A new relationship is exciting. Those first few months together are filled with new experiences, adventures and passion. It is the kind of relationships that you see in romantic comedies, light hearted, fun, and well… basically perfect. This stage of the relationship is often referred to as the “honeymoon phase”. If you have ever had someone comment that your relationship was in the honeymoon phase, I am sure you were immediately frustrated by the reference that the magical love you have found will somehow end.
The truth is, yes, typically relationships will shift and change over time and sometimes that magical spark your relationship used to have, may fade away. The good news is that once the honeymoon phase ends, it creates room for a more intimate relationship. The relationship will progress towards a true companionship filled with trust, respect, and a collection of shared experiences together. The kind of relationship where you are completely comfortable being yourself in front of your partner, knowing they will love you unconditionally. But gaining this experienced intimacy involves dealing with the ups and downs of the relationship and sometimes there are seasons where the passion has seemed to fade. The key to success is learning how to sustain a happy relationship and it takes hard work.
In a relationship, if the passion has seemed to fade, it could be a symptom of something deeper happening between the couple. Perhaps a couple has had a shift in priorities and the relationship has been unknowingly placed on the back burner. This is really common with couples who may have become overly focused on parenting at the sacrifice of dedicating time to their significant other. Perhaps it is a sign of lack of intimacy, either physically or emotionally. Often the two are intertwined so a lack of emotional intimacy can impact the physical and vice versa.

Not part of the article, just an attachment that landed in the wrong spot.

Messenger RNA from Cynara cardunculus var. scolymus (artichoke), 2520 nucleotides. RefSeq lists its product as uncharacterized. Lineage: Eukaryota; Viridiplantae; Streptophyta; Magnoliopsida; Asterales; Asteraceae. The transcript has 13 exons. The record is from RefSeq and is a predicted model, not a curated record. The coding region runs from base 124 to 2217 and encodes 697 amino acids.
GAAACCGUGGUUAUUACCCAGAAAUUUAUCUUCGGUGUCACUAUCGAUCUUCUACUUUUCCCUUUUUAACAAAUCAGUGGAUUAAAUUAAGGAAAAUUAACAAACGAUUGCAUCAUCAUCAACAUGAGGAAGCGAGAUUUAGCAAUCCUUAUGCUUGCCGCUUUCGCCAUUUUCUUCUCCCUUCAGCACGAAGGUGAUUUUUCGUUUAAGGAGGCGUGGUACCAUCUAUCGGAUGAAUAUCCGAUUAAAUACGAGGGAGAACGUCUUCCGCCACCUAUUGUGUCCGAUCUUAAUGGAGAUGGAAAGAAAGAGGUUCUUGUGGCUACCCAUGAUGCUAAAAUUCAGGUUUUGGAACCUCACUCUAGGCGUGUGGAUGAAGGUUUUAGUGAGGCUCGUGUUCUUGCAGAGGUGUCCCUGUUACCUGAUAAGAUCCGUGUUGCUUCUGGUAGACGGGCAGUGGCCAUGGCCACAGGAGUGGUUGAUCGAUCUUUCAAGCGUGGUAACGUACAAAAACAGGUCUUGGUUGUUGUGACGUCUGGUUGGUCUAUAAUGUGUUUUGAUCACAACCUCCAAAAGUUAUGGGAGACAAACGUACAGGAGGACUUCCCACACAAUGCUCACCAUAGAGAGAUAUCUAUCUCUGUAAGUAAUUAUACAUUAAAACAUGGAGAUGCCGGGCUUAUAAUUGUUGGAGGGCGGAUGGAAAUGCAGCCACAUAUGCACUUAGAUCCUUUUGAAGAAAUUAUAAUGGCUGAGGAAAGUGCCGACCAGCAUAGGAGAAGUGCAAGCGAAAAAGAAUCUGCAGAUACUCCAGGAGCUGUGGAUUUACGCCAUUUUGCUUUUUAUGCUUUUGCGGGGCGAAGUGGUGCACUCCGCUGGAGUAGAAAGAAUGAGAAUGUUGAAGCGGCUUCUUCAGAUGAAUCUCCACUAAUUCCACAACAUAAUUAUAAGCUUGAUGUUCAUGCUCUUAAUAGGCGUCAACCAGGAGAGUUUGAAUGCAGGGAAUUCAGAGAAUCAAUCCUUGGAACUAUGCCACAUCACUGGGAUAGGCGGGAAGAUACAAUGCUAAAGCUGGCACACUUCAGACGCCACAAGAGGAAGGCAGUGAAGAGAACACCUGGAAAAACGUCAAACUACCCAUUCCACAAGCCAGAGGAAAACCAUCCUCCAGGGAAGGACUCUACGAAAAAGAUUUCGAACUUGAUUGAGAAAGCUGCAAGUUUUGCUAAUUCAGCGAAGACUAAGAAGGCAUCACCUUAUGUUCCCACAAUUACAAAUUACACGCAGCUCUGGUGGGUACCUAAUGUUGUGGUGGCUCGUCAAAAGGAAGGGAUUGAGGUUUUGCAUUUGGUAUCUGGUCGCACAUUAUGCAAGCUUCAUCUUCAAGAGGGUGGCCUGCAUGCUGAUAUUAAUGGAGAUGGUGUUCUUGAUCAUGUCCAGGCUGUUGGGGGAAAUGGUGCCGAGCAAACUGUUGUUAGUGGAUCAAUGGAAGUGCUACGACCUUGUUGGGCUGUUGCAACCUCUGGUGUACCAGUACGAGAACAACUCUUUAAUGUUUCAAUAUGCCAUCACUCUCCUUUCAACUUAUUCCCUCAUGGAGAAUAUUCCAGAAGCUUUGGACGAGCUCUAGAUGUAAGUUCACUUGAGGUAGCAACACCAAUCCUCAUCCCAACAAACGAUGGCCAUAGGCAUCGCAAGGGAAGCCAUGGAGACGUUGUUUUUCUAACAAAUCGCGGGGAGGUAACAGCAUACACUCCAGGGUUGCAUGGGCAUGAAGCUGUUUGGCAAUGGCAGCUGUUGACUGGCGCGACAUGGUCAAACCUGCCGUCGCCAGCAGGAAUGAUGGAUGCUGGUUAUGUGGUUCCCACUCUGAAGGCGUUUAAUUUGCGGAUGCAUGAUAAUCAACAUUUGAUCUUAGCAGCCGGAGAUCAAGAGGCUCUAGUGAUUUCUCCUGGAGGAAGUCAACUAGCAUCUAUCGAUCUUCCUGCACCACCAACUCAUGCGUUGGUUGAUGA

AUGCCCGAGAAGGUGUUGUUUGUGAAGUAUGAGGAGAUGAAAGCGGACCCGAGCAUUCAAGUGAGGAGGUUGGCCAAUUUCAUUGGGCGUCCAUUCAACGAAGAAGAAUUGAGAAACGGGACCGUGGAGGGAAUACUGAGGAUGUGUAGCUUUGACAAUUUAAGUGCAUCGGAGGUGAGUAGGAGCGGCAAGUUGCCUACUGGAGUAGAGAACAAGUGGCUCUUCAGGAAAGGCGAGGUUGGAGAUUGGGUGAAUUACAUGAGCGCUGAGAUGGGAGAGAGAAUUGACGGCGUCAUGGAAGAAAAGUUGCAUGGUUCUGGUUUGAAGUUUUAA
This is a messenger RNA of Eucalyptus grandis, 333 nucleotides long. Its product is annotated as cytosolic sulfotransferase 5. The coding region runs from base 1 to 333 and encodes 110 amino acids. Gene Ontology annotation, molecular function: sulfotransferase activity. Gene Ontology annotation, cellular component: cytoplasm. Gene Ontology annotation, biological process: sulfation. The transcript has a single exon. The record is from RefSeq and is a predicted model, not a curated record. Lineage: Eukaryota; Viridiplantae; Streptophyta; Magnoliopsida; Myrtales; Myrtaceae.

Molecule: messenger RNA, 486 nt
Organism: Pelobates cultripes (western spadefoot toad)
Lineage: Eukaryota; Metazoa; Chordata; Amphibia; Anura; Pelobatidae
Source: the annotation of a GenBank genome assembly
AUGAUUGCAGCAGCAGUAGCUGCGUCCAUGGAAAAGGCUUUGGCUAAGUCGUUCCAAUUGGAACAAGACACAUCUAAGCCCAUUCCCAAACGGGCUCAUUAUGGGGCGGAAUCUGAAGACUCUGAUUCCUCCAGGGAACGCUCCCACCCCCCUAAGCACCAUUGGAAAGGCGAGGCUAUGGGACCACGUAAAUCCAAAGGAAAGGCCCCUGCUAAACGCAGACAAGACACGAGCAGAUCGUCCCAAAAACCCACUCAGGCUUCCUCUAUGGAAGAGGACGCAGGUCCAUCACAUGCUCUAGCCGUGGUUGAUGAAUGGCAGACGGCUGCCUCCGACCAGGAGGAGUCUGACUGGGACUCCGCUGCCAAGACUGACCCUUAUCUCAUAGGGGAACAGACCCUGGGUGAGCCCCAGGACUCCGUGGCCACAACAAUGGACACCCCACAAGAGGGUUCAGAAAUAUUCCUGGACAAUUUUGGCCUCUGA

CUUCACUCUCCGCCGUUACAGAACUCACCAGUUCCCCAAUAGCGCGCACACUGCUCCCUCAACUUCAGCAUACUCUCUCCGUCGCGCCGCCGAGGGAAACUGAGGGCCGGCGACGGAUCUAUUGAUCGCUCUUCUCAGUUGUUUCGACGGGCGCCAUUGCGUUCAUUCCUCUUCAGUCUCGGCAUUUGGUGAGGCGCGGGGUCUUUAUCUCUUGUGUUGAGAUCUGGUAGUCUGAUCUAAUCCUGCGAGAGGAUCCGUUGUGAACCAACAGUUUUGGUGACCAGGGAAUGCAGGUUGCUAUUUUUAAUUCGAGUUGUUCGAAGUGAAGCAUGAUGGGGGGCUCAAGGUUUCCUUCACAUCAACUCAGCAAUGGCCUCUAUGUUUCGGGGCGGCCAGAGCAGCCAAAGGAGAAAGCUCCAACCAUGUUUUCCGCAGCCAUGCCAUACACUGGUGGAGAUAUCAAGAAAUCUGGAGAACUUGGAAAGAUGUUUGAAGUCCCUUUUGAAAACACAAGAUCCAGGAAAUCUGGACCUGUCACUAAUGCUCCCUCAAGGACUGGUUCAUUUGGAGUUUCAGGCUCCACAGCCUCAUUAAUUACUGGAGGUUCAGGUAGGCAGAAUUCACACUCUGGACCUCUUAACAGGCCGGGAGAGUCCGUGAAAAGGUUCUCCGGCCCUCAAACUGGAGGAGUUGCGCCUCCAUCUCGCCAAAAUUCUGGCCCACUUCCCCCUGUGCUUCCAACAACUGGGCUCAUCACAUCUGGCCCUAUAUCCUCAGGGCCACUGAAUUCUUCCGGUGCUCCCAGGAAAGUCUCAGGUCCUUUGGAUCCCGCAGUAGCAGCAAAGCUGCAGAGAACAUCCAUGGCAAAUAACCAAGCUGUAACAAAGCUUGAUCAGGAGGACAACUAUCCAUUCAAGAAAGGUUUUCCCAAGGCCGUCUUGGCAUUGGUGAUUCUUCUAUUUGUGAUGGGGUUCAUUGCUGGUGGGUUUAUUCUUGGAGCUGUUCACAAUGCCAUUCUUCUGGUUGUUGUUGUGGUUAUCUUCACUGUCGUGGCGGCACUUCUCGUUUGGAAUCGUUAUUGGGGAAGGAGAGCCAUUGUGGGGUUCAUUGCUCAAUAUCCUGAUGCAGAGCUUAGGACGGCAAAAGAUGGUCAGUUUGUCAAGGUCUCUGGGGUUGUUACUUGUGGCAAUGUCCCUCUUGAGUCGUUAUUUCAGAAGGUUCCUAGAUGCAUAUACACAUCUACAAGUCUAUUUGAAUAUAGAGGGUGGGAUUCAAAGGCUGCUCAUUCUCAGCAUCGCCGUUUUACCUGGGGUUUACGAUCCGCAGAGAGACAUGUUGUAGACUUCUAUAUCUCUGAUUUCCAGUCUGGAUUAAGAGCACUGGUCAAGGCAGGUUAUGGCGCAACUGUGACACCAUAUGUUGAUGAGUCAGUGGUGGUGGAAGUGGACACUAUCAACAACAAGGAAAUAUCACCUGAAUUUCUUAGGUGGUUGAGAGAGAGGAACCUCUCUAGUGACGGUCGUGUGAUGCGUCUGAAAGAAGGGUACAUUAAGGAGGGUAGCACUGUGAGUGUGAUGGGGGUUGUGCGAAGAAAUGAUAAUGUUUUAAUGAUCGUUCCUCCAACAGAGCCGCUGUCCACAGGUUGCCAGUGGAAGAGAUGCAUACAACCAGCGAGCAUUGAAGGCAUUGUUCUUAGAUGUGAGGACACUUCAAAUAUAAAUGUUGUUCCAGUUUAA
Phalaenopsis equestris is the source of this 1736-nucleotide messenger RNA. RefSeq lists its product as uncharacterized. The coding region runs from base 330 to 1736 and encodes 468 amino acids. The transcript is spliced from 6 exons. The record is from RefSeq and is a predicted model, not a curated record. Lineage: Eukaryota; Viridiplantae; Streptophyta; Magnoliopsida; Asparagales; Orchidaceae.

It is also important to look at yourself individually. It is often easier to blame your partner for loosing the spark, but take a look at recent changes in your life. An increase in stress, physical health, mental health, or major life changes can drastically impact libido. It is important to not compare your physical intimacy to that of your “honeymoon phase” as your physical intimacy may just be adjusting to something more sustainable for a long term relationship.
What can you do to keep the spark alive?
Increase your communication and not just about trivial day to day things. Go on a date and discuss your hopes and dreams, perhaps the way you used to when you were first dating. Maybe take a note from things you did when you were in the honeymoon phase. Recreate a first date or pick up an old hobby that you used to enjoy together.
Understanding how your partner gives and receives affection can be key to ensuring you are communicating your passion for one another effectively. For example, if you wife’s love language involves spending quality time together, she will value a date night without the kids, much more then that bouquet of flowers you usually buy her. You can read more about Gary Chapman’s 5 Love Languages, here.
Sometimes we struggle as a couple to see things objectively or have deeply rooted guilt or anger that needs to be expressed before the relationship can heal. An objective psychologist can help facilitate these conversations and help couples keep their relationship strong and intimate. If you would like to book in a time to speak to a psychologist call us on (02) 6262 6157 or book an appointment online